THE ALBUM -- Bruce Springsteen and the E Street Band, "The River" (Columbia PC2 36854).

Rock music doesn't really aspire to art. In the hands of various performers it may educate, prophesy, politicize or memorialize; but in its pure form it seeks to exalt, like some pentecostal religion: to transport its followers out of a world of labor and frayed expectations through physical arousal.

Rock'n'roll, rockabilly, black blues, etc. grew out of the lower and lower-middle class. In the United States, rock was primarily a child of the South, rooted to the economics, the thriving country and bluegrass and gospel idioms and, to some extent, the religion.

Out in California, the Beach Boys were perfecting a new pop wave. In Detroit, where the auto factories dominated the city spirtually as well as economically, Motown developed a musical assembly line of girl and boy groups. eBut these were smoother idioms, more socially acceptable. For the Beach Boys, money was no object; they wrote love songs accessorized with beaches and cars. At Motown, money was a problem, all right, but it was a given problem. cLove was still the theme, but it rode public transportation.

But in the South, rock'n'roll was pushy. Little Richard, Chuck Berry, Buddy Holly, Elvis Presley, Jerry Lee Lewis -- they were dealing in "race music," walkin' and talkin' sex and rebellion. And when rock caught fire in England, it was sparked by blue-collar restlessness on the tinder of B.B. King.

Rock'n'roll wasn't art, it was more like war, and attempts to marry it with art were most often pretentious and unsatisfying.And it wasn't a necessary evil: The Rolling Stones, the "world's greatest rock'n'roll band," may have dabbled in the concept album, but they have not looked to create great art.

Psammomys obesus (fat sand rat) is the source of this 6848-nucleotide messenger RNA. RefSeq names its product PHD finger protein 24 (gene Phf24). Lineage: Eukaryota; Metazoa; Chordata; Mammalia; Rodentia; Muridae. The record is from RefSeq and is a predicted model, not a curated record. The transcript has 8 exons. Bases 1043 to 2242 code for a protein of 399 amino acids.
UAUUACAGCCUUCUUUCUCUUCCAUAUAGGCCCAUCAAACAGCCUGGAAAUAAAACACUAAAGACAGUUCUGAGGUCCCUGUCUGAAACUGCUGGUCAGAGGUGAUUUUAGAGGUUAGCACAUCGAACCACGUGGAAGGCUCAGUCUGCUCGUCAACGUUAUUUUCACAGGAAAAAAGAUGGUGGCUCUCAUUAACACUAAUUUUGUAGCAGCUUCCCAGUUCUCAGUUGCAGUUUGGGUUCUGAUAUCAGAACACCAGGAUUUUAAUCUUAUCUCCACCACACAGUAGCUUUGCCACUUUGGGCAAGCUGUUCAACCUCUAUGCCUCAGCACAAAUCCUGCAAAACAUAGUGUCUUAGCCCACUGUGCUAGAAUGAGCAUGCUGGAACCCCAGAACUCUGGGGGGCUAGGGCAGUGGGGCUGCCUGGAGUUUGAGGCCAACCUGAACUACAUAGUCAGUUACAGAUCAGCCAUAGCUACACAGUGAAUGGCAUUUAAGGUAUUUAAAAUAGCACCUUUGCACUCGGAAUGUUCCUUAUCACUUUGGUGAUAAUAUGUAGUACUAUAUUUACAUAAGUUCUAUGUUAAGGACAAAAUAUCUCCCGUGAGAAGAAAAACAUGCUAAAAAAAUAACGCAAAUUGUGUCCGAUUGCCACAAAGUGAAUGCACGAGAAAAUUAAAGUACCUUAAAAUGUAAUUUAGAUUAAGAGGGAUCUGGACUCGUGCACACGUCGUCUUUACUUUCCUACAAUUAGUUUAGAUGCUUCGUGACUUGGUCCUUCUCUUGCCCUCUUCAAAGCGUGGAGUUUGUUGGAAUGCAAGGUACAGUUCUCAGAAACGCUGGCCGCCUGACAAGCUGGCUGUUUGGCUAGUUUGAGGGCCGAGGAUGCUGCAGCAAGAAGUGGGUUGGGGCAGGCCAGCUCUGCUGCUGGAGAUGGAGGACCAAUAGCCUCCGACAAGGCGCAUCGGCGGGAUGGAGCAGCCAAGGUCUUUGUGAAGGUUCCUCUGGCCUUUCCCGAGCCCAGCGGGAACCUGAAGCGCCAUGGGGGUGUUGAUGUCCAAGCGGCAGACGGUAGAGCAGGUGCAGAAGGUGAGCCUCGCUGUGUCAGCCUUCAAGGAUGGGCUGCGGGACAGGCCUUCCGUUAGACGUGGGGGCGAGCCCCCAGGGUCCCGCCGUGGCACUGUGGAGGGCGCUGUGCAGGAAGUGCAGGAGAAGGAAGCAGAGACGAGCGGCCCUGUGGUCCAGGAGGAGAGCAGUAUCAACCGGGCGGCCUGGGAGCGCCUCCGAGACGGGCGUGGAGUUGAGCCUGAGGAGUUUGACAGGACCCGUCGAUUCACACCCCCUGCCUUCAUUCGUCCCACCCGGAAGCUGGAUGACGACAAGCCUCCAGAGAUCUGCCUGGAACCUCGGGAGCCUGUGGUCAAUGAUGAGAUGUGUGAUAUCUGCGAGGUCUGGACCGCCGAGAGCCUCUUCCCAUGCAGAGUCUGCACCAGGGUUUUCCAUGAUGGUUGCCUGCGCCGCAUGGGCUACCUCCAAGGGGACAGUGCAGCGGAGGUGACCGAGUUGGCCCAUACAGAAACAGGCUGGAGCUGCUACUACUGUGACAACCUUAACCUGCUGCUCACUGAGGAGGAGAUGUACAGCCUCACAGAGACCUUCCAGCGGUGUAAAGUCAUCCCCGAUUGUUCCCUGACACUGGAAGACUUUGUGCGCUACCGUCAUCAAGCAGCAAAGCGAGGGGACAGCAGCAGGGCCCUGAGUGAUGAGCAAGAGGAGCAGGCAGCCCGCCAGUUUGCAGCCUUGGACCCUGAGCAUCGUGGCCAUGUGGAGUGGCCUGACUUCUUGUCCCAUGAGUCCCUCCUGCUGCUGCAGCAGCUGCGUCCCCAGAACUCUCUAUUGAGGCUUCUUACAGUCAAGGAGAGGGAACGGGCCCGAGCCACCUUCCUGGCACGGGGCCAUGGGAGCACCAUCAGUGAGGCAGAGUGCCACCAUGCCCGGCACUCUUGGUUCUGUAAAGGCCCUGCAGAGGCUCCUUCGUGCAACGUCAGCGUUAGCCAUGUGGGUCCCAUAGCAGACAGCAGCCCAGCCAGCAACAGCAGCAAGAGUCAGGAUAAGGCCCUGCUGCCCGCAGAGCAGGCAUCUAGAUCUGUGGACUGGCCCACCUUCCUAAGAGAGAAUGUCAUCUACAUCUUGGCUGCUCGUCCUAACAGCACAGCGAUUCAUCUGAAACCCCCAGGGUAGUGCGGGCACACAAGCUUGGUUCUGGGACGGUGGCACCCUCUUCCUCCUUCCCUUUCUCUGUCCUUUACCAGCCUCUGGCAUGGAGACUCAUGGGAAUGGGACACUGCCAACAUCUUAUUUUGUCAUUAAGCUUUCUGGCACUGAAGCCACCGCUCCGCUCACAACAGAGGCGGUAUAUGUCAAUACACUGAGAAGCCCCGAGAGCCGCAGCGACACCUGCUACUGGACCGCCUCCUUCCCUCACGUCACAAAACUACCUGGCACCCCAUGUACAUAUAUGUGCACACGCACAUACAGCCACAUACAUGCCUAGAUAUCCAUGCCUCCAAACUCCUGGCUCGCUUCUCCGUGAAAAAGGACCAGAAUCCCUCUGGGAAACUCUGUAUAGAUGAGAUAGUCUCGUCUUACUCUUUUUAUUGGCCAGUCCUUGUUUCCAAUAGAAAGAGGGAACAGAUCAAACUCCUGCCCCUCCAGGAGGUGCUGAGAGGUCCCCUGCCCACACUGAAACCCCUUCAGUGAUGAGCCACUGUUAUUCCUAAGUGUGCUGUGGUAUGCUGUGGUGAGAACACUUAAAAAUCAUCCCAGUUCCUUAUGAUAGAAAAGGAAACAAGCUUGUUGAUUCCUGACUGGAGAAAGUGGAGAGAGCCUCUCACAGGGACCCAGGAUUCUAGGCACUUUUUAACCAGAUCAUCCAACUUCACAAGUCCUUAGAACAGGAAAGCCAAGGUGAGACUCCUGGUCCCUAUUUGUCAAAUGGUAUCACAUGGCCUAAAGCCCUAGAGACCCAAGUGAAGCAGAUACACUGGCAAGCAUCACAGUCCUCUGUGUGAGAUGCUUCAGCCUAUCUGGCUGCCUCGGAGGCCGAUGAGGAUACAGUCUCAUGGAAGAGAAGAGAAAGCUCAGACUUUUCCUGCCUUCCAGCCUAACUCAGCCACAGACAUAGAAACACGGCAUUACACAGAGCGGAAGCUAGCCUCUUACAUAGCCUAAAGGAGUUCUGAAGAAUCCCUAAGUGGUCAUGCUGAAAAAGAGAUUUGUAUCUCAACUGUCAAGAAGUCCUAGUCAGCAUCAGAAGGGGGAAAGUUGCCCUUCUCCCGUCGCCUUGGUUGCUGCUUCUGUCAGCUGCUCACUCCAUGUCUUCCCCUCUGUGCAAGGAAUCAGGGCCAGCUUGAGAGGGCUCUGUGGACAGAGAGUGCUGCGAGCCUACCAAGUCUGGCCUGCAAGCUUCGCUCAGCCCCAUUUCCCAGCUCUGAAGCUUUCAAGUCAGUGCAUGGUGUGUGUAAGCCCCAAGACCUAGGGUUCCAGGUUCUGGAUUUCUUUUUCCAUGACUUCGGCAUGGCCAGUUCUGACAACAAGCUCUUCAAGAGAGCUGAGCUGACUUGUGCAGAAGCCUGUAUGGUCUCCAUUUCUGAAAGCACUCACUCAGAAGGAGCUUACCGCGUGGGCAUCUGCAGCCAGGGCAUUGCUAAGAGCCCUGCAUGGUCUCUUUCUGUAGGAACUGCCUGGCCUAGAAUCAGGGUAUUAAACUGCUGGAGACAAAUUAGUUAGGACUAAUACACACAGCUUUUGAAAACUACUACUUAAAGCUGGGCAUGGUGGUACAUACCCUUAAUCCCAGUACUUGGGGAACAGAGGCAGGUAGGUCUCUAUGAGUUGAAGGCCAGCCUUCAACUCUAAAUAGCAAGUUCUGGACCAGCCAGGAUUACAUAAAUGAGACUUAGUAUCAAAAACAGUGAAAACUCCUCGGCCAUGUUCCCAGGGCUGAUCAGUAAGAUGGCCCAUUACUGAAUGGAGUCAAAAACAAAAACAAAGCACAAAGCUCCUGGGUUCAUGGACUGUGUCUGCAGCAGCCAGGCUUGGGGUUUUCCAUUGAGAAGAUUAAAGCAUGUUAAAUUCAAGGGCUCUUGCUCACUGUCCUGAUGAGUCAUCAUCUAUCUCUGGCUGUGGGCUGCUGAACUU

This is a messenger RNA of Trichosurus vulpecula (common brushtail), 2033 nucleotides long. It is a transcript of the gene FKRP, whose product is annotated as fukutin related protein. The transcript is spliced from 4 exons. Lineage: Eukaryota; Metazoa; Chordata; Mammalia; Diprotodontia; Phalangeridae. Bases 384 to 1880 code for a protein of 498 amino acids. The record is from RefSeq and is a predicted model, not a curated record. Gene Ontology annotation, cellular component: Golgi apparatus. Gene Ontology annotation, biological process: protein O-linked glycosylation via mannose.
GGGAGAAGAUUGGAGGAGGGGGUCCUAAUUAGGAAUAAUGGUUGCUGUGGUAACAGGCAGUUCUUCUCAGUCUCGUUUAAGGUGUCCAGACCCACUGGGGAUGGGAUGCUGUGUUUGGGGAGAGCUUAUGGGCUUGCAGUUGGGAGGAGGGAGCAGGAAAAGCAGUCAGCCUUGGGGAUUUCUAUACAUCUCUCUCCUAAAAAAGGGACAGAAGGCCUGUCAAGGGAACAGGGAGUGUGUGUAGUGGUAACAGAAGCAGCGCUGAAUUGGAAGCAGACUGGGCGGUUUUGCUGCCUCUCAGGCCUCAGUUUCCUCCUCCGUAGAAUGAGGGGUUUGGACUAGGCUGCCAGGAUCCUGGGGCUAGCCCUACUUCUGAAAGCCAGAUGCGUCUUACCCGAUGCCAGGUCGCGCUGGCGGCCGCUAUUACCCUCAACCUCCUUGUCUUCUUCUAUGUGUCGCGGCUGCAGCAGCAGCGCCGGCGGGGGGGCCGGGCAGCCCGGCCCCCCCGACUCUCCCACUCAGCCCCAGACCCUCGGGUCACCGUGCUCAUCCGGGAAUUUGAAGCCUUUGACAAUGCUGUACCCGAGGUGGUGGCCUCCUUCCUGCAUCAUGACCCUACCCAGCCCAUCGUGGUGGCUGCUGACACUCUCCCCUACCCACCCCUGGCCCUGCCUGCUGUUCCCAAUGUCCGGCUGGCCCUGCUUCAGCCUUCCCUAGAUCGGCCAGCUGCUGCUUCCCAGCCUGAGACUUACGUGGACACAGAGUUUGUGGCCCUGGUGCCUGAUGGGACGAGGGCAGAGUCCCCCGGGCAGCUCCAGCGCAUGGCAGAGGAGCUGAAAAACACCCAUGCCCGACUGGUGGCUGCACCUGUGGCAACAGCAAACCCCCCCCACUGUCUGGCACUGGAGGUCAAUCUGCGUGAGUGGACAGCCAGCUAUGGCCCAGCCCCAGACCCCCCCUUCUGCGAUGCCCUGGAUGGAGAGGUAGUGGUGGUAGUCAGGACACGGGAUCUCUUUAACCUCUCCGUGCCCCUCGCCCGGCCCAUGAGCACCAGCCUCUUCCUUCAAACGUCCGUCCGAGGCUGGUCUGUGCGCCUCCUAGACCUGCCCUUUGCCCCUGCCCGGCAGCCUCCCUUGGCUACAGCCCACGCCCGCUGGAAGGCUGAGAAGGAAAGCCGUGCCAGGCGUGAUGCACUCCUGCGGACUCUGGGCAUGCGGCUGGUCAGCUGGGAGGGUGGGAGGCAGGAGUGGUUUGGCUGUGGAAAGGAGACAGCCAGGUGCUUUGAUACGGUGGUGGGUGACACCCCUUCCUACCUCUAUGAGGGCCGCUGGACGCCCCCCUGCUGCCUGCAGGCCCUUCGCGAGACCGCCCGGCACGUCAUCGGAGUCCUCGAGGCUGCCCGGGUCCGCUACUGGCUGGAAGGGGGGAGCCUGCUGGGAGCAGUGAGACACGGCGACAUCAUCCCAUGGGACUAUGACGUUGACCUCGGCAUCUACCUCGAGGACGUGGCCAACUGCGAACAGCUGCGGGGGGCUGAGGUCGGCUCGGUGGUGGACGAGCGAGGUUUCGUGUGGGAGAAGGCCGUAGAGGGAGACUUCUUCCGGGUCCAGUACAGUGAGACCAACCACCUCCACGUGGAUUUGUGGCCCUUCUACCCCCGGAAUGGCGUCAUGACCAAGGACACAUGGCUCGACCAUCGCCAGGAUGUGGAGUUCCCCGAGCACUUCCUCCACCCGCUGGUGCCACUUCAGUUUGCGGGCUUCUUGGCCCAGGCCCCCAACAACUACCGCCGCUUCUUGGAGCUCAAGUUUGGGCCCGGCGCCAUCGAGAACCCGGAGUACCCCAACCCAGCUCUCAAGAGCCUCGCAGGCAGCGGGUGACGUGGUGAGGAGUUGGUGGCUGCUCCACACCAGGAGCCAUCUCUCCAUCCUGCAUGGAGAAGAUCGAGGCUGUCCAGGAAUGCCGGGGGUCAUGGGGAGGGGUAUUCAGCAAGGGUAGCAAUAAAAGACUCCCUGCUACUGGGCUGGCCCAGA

Well, rock is big business now, and there are enough sensitive souls in the industry to allow for some spiritual expansion. At least there is a kind of poetry in the works of some rockers, and that is a high achievement for a commercial venture.

But poetry requires a persona , and that presents two successive problems: finding a voice that solders the writer's personal desires to his audience's; and then escaping it. Few enough rockers have found the perfect alter ego, and even fewer have been able to transform it. Among the lucky ones are the Eagles, whose tombstone-and tequila outlaws became the reluctant rhinestone cowboys; Jackson Browne, who still plays the sensitive songwriter but pokes just enough fun at himself to scrape by; and Bruce Springsteen.

Springsteen is a touchstone for a lot of critics, and it's not surprising. At once a singularly gifted lyricist and a rabble-rousing performer, he looked straight back to rock'n'roll at a time when the music business had developed a bad case of commercialism. Andy Warhol's prediction about 15-minute fame may not yet be true for John Q., but it came true for a lot of bands. Rock criticism began to seem like a contradiction in terms. Springsteen rose like Gabriel at the second coming, heralding a rock'n'roll revival that would have'em speaking in tongues. It was pure rock, but he raised it to an art through the clarity of his images and the emotional weight of his lyrics.

By "Born to Run," Springsteen had developed not only a persuasive persona, but a geography and a supporting cast. His protagonist lived in a small blue-collar town tantalizingly close to the big city. He had girlfriends, the daughters and sisters of other blue-collar workers; buddies who worked all day and drove all night; and an enemy -- his father, or rather the resignation his father represents.

The town was an enemy, too, because it sought to break him in his father's image. "Baby, this town rip the bones from your back / It's a death trap, it's a suicide rap / We got to get out while we're young." And escape was easy -- all it took was the car, the open highway, and faith.